This is horribly shortsighted. History is an integral part of Boston’s identity. Look on the cover of any travel guide to the city, and you’ll find an image of Old State, Old South, Faneuil Hall, or some other monument from our past. According to a 2002 study conducted by the Center for Urban Policy Research, at Rutgers University, “heritage travelers” spend an estimated $2.5 billion annually in Massachusetts—much of it, naturally, in Boston. All told, historical preservation and heritage tourism support something like 86,000 jobs in the state.
Without much government money available to them, our historical sites have to depend on the largesse of corporate and private donors. Surely the wealthy elite in this most civilized of cities can be counted on for support, right? Actually, yes. They’re shelling out money hand over fist—to the Museum of Fine Arts, at least. In the summer of 2010, the museum took in more than $33 million in gifts, including a $10 million corporate gift from Bank of America. That year it also completed an expansion and opened a new Art of the Americas Wing, supported by $504 million in fundraising. Today the MFA is one of the largest privately funded institutions in the country.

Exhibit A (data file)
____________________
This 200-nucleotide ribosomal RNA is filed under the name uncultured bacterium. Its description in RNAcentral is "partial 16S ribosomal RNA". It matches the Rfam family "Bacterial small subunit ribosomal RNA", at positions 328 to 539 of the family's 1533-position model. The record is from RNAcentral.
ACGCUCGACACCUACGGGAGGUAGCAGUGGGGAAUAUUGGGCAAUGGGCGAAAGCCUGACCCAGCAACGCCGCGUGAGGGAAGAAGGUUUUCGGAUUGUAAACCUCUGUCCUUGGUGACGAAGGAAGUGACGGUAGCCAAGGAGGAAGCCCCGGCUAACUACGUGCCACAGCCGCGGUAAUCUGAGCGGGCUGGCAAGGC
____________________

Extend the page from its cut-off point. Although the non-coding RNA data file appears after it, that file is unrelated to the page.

Just think about what a small fraction of that money could have done for our many other historical attractions. The problem is, nobody these days is interested in supporting the routine upkeep of sites that have been around for centuries. You get no public accolades for giving money to repair a heating system, repaint walls, or shore up a foundation. That stuff may be necessary, but it’s boring. Somebody else can do it.